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is there any way to unit test JDBC code without connecting to databas?

 
raminaa niilian
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Hi
Thank you for reading my post.
Is there any way to unit test JDBC code without connecting to database?
Thanks
 
Ulf Dittmer
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You can use HSQLDB with an in-memory database; that way, not even a file is created, which is handy for testing.
 
Tim Holloway
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I'm using JUnit attaching to an in-memory instance of Derby.

The production system uses DB2, and there are a few cases where the difference between DB2 and Derby cannot be unit-tested, but overall it works well.

JUnit can also roll back changes after a test so even if you use a permanent database for testing, the tests can be made to run from a consistent baseline instead of continuously polluting the test database.
 
Gregg Bolinger
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This may just be semantics, but I wouldn't consider any test that needs a database (in memory or on disk) a unit test. I'd call it an integration test.
 
Tim Holloway
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Well, the database unit testing that I do is testing individual DAOs at the lower level and individual business services at the higher level, so I'd consider them as units.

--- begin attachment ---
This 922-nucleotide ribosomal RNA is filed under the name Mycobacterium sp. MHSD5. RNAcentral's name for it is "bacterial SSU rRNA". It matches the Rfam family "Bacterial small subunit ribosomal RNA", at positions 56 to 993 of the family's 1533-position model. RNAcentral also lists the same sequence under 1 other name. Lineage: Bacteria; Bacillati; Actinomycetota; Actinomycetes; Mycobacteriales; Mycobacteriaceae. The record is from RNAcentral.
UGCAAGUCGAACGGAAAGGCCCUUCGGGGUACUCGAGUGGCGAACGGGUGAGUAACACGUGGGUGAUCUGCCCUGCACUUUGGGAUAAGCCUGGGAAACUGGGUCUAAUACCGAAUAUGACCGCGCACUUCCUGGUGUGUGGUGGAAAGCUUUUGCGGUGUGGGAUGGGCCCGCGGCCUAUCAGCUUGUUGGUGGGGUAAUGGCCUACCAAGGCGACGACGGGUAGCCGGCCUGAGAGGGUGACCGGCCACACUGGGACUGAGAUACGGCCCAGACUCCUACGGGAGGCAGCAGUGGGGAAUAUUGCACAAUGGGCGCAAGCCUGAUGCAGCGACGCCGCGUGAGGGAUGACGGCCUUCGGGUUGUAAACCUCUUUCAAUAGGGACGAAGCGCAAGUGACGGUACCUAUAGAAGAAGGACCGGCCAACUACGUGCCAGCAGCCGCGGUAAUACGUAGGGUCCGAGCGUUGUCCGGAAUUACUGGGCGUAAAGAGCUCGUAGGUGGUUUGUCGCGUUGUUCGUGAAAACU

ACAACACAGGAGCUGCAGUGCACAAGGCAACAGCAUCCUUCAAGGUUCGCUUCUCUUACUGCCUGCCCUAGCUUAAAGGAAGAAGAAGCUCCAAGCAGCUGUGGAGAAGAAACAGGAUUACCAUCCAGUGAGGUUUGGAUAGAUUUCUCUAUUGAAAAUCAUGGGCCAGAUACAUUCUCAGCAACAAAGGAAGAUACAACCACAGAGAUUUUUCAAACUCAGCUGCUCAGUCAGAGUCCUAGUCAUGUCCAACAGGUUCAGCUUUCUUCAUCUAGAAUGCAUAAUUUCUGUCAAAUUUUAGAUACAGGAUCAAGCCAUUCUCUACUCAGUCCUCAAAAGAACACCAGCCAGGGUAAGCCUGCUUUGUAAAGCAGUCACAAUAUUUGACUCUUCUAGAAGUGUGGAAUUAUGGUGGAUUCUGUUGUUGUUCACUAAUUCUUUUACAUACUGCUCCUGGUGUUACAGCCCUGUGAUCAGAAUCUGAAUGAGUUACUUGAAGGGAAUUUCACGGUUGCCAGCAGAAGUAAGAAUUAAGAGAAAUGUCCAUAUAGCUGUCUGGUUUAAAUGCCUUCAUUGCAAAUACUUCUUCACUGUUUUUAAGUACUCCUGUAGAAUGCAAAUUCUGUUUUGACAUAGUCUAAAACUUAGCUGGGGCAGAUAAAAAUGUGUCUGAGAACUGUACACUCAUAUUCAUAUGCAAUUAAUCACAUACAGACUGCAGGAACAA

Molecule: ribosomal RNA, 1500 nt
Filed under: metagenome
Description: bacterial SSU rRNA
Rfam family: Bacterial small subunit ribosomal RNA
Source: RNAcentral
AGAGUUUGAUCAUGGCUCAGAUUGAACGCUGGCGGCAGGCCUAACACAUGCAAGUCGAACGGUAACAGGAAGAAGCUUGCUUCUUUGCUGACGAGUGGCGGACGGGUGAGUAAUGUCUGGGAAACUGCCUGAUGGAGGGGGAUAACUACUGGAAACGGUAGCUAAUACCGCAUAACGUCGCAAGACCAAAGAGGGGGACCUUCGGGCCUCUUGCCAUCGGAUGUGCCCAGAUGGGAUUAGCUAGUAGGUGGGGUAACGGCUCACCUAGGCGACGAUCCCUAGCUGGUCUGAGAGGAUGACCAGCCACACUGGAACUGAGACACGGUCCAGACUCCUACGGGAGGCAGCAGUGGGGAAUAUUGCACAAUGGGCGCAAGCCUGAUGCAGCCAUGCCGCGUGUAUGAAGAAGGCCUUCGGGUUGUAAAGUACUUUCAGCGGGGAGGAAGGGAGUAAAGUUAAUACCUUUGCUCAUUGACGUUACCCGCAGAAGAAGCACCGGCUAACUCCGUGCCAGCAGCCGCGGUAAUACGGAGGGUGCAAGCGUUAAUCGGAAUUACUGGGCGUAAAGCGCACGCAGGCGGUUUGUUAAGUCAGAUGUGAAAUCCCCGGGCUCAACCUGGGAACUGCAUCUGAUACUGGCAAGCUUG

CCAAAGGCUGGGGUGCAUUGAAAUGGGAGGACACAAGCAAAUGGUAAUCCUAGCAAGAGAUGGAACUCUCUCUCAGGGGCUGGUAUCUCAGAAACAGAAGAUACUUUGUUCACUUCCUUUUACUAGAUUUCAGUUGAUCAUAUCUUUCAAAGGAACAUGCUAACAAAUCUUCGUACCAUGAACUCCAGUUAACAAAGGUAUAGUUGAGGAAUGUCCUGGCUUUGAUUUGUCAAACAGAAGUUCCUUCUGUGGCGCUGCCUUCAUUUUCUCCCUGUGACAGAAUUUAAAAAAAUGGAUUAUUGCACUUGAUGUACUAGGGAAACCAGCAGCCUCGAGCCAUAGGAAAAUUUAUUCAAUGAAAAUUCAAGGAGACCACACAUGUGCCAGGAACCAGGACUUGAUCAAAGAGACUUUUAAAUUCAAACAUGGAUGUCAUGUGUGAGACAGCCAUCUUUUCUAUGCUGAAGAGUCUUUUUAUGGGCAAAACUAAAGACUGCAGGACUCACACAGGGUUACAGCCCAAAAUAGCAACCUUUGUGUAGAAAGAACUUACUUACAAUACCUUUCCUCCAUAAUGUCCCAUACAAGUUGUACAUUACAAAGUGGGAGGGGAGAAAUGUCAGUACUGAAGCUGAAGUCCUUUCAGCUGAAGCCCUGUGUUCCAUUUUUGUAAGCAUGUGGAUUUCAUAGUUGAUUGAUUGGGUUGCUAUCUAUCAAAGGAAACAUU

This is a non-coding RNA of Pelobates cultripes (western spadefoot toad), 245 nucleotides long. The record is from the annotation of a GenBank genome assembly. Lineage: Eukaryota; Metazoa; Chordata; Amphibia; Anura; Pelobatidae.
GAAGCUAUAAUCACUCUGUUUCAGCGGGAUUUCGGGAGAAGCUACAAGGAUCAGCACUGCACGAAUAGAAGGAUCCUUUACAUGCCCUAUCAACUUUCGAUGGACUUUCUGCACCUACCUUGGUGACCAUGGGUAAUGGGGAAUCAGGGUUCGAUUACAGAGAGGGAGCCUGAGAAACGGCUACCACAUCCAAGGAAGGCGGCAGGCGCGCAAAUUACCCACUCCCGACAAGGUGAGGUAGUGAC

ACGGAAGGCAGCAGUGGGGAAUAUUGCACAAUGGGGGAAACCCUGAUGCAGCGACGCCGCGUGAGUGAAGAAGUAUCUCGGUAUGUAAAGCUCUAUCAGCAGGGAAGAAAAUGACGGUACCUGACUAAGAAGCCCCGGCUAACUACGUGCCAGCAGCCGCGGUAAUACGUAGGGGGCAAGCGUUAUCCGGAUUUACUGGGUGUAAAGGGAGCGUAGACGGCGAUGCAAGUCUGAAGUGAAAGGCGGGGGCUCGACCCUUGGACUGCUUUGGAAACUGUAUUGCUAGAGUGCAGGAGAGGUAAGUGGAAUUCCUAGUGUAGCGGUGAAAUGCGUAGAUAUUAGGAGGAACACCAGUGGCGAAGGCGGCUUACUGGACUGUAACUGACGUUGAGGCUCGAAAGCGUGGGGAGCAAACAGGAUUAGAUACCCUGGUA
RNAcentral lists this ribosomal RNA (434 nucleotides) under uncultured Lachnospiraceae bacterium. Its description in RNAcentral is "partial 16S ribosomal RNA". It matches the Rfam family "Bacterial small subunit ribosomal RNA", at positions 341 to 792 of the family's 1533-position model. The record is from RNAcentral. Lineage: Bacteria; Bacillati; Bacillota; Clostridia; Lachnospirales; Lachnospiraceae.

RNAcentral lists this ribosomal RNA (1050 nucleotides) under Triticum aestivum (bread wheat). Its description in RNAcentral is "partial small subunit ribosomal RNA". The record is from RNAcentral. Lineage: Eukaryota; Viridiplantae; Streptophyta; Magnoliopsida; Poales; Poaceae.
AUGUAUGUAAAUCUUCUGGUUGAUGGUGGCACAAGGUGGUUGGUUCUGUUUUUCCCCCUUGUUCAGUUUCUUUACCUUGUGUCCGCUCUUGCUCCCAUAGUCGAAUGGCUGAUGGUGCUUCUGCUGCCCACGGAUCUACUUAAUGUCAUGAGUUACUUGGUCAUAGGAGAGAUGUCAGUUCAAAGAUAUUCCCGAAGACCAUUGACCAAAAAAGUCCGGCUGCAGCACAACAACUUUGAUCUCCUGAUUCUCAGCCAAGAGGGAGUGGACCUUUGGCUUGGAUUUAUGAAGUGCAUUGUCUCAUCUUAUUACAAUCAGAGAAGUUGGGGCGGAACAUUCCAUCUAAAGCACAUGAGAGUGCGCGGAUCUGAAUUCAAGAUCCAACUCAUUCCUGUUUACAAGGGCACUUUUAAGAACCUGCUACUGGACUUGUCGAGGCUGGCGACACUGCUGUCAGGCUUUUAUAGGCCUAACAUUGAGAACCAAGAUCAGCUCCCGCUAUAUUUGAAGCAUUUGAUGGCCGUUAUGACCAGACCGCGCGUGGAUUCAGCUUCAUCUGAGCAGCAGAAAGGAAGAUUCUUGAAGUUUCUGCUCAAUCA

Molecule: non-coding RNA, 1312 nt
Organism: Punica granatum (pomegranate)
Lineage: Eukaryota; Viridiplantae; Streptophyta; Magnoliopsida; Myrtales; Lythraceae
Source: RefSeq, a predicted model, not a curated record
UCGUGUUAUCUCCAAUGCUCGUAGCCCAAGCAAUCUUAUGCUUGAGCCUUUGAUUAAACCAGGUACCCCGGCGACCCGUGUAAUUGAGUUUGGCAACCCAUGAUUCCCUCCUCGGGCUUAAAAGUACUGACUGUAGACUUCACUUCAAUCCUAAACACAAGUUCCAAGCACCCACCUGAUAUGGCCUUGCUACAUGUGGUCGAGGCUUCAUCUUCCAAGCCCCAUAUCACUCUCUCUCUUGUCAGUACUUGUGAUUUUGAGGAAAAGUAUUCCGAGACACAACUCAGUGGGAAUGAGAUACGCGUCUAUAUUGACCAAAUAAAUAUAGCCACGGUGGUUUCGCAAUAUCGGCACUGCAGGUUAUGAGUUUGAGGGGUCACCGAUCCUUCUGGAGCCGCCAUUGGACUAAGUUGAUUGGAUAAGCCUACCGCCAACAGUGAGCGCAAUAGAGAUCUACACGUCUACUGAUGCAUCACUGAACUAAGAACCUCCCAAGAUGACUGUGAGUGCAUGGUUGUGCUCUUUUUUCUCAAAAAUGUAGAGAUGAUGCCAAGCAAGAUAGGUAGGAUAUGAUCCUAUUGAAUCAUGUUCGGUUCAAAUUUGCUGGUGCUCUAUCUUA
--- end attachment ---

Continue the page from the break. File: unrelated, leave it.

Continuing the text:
The fact that they need to invoke (or mock) external services is sort of beside the point, since I'm not testing the services themselves, which are tested as units at lower levels.

I'm VERY keen on DAO unit-testing, though, since SQL is an interpreted language and thus isn't validated at compile-time, but I don't want to set up a complex framework for testing the database layers, since not only is it more work, it has a higher risk of having unrelated problems obscure or interfering with what I'm actually attempting to test. So I use the database to serve as the validator.
 
Gregg Bolinger
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Ah, you said the key work there: Mock.

I get what you're saying though. Like I said, semantics. I'll back track on my in-memory being an integration test and concede that unit testing is still appropriate given that you're asserting SQL.
 
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